Method of characteristic

I have the equation

$$\partial_t u(t,x) + \sin(t) \partial_x u(t,x) +\cos(t) u(t,x) = 0.$$

with a initial condition $$u(0,x)=f(x)$$. I want to solve this using the method of characteristics. First I consider just the equation

$$\partial_t u(t,x) + \sin(t) \partial_x u(t,x)=0,$$ parametrizing by $$s$$ we get the equations

$$\frac{\mathrm d t(s)}{\mathrm d s} = 1, \quad \frac{\mathrm d x(s)}{\mathrm d s} = \sin(t(s)),$$ which has the solutions $$t(s) = s, \quad x(s) = c_1 - \cos(s).$$ with $$c_1$$ being a constant (I've determined the constant in $$t(s)$$ to be zero since we have the initial conditions at $$t=0$$). Thus the solution is $$u(t,x) = f(x + \cos(t)).$$ Now along the characteristic curves the PDE reduces to an ODE

$$\frac{\mathrm d u(s)}{\mathrm d s} + \cos(s) u(s)=0.$$

the argument for this is that $$\frac{\mathrm d u(s)}{\mathrm d s} = \frac{\mathrm d u(t(s),x(s))}{\mathrm ds} = \partial_{t(s)} u(t(s),x(s)) + \sin(t(s)) \partial_{x(s)} u(t(s),x(s)).$$

the ODE has the solution

$$u(s) = e^{-\sin(s)} c_2.$$

It's not now obvious to me where I went wrong, I assume that probrably we cannot take $$\cos(t) = \cos(s)$$ when we are along the characteristic curves. But how do I solve the equation correctly?

The function $$u(s)$$ satisfies the differential equation $$\frac{du(s)}{ds}=-u(s)\cos(t(s))=-u(s)\cos(s), \tag{1}$$ where the second equality follows from $$t(s)=s$$. The solution to $$(1)$$ is $$u(s)=u(0)\,e^{-\sin(s)}. \tag{2}$$ Now $$u(0)=u(t(0),x(0))=u(0,c_1-1)=f(c_1-1). \tag{3}$$ Solving $$t(s) = s, \qquad x(s) = c_1 - \cos(s) \tag{4}$$ for $$c_1$$ and $$s$$, we get $$s = t, \qquad c_1 = x+\cos(t). \tag{5}$$ Combining $$(2), (3)$$ and $$(5)$$, we finally obtain $$u(t,x)=f(x+\cos(t)-1)\,e^{-\sin(t)}. \tag{6}$$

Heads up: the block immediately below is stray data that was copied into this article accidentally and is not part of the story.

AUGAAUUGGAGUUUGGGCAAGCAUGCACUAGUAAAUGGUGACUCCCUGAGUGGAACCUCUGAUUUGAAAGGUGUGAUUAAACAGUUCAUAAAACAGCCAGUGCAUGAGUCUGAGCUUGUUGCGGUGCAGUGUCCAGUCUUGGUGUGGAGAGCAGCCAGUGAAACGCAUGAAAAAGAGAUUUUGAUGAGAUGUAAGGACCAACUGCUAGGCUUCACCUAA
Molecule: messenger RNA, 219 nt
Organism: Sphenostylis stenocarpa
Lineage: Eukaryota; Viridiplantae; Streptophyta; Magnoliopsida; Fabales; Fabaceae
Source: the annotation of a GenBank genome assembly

$$\frac{\partial u}{\partial t}+\sin(t)\frac{\partial u}{\partial x}=-\cos(t)u$$ Characteristic ODEs : $$\frac{dt}{1}=\frac{dx}{\sin(t)}=\frac{du}{-\cos(t)u}=ds$$ A first characteristic equation comes from solving $$\frac{dt}{1}=\frac{dx}{\sin(t)}$$ : $$x+\cos(t)=c_1$$ A second characteristic equation comes from solving $$\frac{dt}{1}=\frac{du}{-\cos(t)u}$$ : $$u\:e^{\sin(t)}=c_2$$ The general solution of the PDE on the form of implicit equation $$c_2=\Phi(c_1)$$ is :
$$u\:e^{\sin(t)}=\Phi\big(x+\cos(t)\big)$$ $$\Phi$$ is an arbitrary function (to be determined according to the initial condition). $$u(x,t)=e^{-\sin(t)}\Phi\big(x+\cos(t)\big)$$ With condition $$u(0,x)=f(x)$$ : $$u(0,x)=e^{-\sin(0)}\Phi\big(x+\cos(0)\big)=\Phi\big(x+1\big)=f(x)$$ This implies $$\Phi(X)=f(X-1)$$ .
The function $$\Phi$$ is determined. We put it into the above general solution where $$X=x+\cos(t)$$ $$u(x,t)=e^{-\sin(t)}f\big(x+\cos(t)-1\big)$$ This is the particular solution of the PDE which satisfies the initial solution.